In the November 2008 and January 2009 issues of World War II magazine, as part of our exploration into what will be lost when those who witnessed history are no longer able to share their memories, we asked readers to share the stories they had heard from someone who served in the war. The responses flooded in–and we have published a selection of them below. Chime in with your own loved ones’ World War II memories in the comments.
My father-in-law served in the U.S. Navy during World War II. His name was Jamie Dreyer, called Jim by all. He passed away a few years ago and we miss him. My wife and I often visited with her parents and Jim and I often played cribbage, while Valerie and her mom talked in another room.
One day, Jim started talking about his time in the South Pacific during the war. He said that he was in photo recon, and would be flown over Japanese-held islands in a stripped-down B-26. He would lean out and take pictures as the pilot would fly back and forth until he had enough photos to make a complete picture of the island. While looking through the viewfinder of his camera, he often saw the faces of Japanese soldiers shooting up at them with their rifles. He could also see tracer bullets coming toward them and it looked like they were all shooting directly at him. Occasionally, he heard the sound of a bullet entering the underside of the fuselage and exiting the top. They could tell if they had a particularly hazardous day by how many rays of sunlight shone through.
On one mission the pilot suddenly put the plane into a steep dive and Jim was concerned as they were headed straight for the island, so he yelled to the pilot, who yelled back, "Not now, Dreyer!" Jim called a couple more times getting the same response. He then saw that the starboard engine was on fire and the pilot was attempting to feather it. Everyone on board waited while the pilot struggled and fortunately succeeded in putting out the fire. The flight back to base was longer than usual on one engine, and scary because they would not have been able to evade enemy planes. Fortunately, they made it back safely.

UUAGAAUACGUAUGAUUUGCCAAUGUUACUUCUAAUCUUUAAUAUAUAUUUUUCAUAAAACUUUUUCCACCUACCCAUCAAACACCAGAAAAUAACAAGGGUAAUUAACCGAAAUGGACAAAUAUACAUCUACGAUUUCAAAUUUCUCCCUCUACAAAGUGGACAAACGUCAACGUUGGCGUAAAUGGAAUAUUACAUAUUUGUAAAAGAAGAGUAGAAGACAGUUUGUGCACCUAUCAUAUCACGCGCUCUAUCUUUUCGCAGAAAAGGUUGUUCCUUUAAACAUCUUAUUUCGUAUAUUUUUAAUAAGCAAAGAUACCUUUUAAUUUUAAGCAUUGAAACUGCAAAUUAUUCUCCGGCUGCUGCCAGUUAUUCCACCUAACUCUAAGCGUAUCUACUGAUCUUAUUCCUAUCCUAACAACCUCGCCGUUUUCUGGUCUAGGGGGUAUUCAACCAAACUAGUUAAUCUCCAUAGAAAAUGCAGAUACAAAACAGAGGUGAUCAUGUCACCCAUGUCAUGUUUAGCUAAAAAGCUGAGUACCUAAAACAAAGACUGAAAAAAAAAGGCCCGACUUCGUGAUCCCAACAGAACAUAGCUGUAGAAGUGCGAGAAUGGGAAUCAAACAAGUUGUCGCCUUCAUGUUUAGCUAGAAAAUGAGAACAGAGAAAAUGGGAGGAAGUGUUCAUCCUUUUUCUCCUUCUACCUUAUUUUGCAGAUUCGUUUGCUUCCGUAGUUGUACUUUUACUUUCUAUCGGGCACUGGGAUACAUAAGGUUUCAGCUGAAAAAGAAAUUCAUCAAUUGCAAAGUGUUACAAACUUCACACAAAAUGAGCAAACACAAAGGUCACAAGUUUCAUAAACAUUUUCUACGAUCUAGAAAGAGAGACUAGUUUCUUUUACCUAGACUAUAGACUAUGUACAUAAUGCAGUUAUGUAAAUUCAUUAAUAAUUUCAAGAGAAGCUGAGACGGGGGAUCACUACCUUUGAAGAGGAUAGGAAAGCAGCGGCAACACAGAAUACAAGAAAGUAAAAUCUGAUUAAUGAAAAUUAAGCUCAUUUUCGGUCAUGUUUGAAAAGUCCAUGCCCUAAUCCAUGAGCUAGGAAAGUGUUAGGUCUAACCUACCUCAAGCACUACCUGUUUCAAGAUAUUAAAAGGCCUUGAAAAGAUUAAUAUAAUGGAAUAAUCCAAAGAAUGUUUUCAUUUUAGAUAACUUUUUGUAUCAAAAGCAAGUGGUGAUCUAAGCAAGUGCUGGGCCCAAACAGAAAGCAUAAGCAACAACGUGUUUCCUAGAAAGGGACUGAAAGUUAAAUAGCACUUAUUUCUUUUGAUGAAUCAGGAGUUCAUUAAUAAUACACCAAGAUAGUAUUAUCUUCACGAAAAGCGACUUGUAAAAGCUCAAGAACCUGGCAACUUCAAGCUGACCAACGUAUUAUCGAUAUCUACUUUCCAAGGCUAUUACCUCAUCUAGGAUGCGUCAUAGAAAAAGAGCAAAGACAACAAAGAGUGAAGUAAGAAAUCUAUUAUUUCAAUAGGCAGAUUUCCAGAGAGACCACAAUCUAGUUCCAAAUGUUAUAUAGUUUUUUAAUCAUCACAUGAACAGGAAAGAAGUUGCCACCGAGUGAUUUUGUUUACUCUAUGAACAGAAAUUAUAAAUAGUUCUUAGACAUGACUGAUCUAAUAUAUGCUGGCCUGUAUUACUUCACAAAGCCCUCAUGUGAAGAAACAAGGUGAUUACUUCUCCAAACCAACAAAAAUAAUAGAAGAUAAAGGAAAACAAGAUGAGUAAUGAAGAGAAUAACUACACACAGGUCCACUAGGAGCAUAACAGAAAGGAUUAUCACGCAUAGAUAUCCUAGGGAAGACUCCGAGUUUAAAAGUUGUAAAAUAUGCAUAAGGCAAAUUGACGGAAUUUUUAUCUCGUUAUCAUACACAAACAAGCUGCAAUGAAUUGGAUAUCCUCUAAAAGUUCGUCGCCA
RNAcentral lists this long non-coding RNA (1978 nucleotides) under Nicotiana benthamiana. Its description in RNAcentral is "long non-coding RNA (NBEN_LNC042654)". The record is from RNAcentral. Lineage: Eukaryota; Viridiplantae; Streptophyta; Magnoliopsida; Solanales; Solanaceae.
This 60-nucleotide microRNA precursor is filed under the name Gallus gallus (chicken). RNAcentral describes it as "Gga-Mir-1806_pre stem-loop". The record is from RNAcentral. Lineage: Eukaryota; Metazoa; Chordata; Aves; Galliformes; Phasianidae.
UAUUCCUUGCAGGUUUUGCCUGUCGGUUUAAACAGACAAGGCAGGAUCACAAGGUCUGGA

He told me that the only thing that really scared him was the thought of surviving a crash in enemy-held territory. He had so much information in his head that his orders were to shoot himself with his .45 should he survive, and it gave him nightmares for years.
Jim had a far-away look in his eyes, shook it off, and we continued to play cribbage. He would share other (in my opinion hair-raising) memories with me when he could. I wish I had asked him more questions about his experiences, but he was a proud man and not one to discuss such things unless the time was right. I respected that area of his life and felt special that he thought enough of me to talk about it as much as he did.
On our way home, I told Valerie that it was difficult to picture her dad doing all those things now. She stared at me and said, "My father did those things?" He never told Valerie a thing about his experiences.
—My father, Eugene Edward Warren, was a technical sergeant with the 389th Service Squadron, 64th Service Group of the Fifth Air Force. He was an airplane mechanic and served in the South Pacific from 1942 to 1945—arriving in Brisbane, Australia, in September 1942 and transferring to Port Moresby, New Guinea, in December of 1942 where he served until June 1945. His airfield was under constant Japanese bombing raids during these three years.
I inherited a valuable keepsake from my Father after his passing in 2001. It is his M-1910 canteen that was more than a canteen for him. As you will see in the photos he used this canteen as a diary of the dates of his various deployments and also as a record of the multiple bombing raids he endured during his deployment in New Guinea. He kept track of the air raids by inscribing an X into the side of the canteen. Xs that are grouped together represent multiple raid nights. The X that is circled was the air raid that “almost got him”.
In addition to being a record of his deployment and the bombings that he endured, it also helped to remind him of home, Manitowoc, Wisconsin, and his sweetheart Betty. On the front side of the canteen he inscribed BETTY and HUEY with a heart pierced with an arrow. He married Betty in 1945 when he returned from overseas.
Robert L. Warren
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